Corp. has given its Saturn division 60 days to mount a spin-off of the brand, a timetable that has met with optimism among its retailers and skepticism among industry analysts.
Two significant hurdles stand in the way – financing the move and finding a pipeline to future products after GM shuts off the spigot following the ‘11 model year.
Saturn spokesman Steve Janisse tells Ward’s a “price tag” has not been assigned to the brand, but a number of Saturn retailers have volunteered to invest in the venture.
However, with credit markets frozen, it would seem unlikely retailers could swing the deal on their own, and the prospect GM might provide support seems equally dim after it raised its plea for taxpayer funding to upwards of $30 billion from $18 billion.
That leaves foreign auto makers that are looking for a toe-hold in the U.S. market.
For example, if a Chinese auto maker acted quickly, it might be able to build some product into the pipeline before the end of the ‘11 model year and begin exporting its cars to the U.S. under the Saturn brand, says Aaron Bragman, an analyst with IHS Global Insight in Troy, MI.
“But this market already has too many dealers and too many brands,” he says. “And in the end, it may be that Saturn and its dealers come up with a solution GM doesn’t like.”
Saturn General Manager Jill Lajdziak says in a letter this week to the brand’s 400 retailers and 1.5 million customers confirming a potential spin-off of an independent “Saturn Distribution Corp.”
“The goal from a product perspective would be to find future vehicles that match the Saturn brand: fuel-efficient, safe, reliable and affordable,” she writes. “From a retailing perspective, we would build on our core strength of unmatched customer service.
“The same hassle-free experience that is a hallmark of the brand could be taken to even higher levels,” she adds, admitting a spin-off would be “a difficult and complex task,” with tough issues such as product sourcing, capitalization and financing.
Erich Merkle, an independent auto analyst in Grand Rapids, MI, refuses to speculate on who might want a piece of Saturn.
“In this environment, I have no idea,” he says. “The real strength is the distribution network, and (those dealers) are very good. Only Lexus ranks above them in terms of customer satisfaction, and that’s the real travesty of this situation. But tough choices have to be made.”
Merkle agrees Saturn would make an excellent port of entry for a Chinese auto maker. “(The Chinese) don’t have a distribution network here, and Chinese products have a perception problem among Americans. Saturn could go a long way to improving that.”
Despite a slew of new products over the last three years and notable brand equity, GM has been unsuccessful in its strategy to lift Saturn from entry-level to a more premium brand along the lines ofin the U.S. The deep U.S. economic recession and sharp sales downturn only have magnified the dilemma.
Saturn sold 188,004 vehicles in 2008, a 21.7% decline from 2007, Ward’s data shows. The brand’s sales peak was in 1994, with 286,000 deliveries, falling far short of the 500,000-unit goal envisioned by former GM Chairman and CEO Roger Smith, who launched the brand.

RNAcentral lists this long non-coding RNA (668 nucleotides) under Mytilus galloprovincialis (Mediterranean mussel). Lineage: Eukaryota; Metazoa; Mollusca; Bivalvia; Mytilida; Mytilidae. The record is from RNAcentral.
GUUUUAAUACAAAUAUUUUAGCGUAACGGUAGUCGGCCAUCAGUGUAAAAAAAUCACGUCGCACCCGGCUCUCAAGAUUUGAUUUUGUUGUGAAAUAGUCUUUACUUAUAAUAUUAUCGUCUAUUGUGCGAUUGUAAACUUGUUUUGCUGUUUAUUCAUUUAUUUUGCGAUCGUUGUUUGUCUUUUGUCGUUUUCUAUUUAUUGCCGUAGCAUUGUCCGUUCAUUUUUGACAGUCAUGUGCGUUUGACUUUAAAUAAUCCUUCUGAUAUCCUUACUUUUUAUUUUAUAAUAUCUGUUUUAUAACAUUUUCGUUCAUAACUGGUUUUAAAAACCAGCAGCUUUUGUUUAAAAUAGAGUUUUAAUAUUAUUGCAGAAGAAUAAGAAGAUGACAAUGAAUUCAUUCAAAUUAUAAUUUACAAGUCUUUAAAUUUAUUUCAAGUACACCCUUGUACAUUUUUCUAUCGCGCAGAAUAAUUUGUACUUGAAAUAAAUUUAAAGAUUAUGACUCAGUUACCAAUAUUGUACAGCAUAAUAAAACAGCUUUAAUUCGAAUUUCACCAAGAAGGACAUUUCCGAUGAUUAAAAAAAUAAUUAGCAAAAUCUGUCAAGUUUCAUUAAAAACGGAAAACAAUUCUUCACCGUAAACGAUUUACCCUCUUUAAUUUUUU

According to the updated viability plan GM filed Tuesday with the U.S. Treasury Dept. as part of its agreement to receive more taxpayer loans, Saturn has combined with the Saab and Hummer brands to generate an average annual before-tax-loss of $1.1 billion.
Saturn, alone, has contributed about $3 billion in revenue to GM coffers since 2003, compared with $88 billion from Chevrolet, $41 billion from the Buick-Pontiac-GMC channel and $15 billion from Cadillac, the Treasury filing reveals.
“GM has finally come clean with the truth: ‘We’re going to dump it. But if we can get some cash for it, great,’” Global Insight’s Bragman says.
However, Roland Daniels, president of three Saturn stores in Florida, says GM’s action Tuesday was not the outcome he had hoped for. “We have to deal with it and move on. We have to figure out a way to keep going.”
While at least one Saturn dealer already has closed his doors in anticipation of a winding down, others tell Ward’s they will stand pat until a final decision comes from GM.
As it stands today, Saturn appears headed for a cruel fate, less than 20 years after entering the U.S. market with vehicles featuring dent-resistant plastic body panels and the promise to go toe-to-toe with Japanese brands such asand .
Until recently, the brand operated as a GM subsidiary, not a division, and had its own plant in Spring Hill, TN, with its own union contract. That adds up to a tough pill for dealers to swallow.
“Just when (Saturn) started to get a full portfolio of new product, along comes a recession. So we never really got up a head of steam with new product,” Florida dealer Daniels says. “We have a great distribution network with beautiful product. But I think what hit Saturn, along with a lot of other companies, including other GM brands, was the economy.
“The possibility of a spin-off for our distribution network – that holds a lot of promise,” he adds. “I’m anxious to see what comes out of that. We’ll know more in 60 days.”
Meanwhile, left hanging in the wind along with Saturn, Saab Automobile is expected to file for reorganization as early as this month, which would allow the auto maker to become an independent unit by a GM deadline of Jan. 1.
A third GM brand targeted for jettisoning, Hummer, could be purchased by March 31. GM Chairman and CEO Rick Wagoner said earlier in the week two unnamed parties have expressed interest.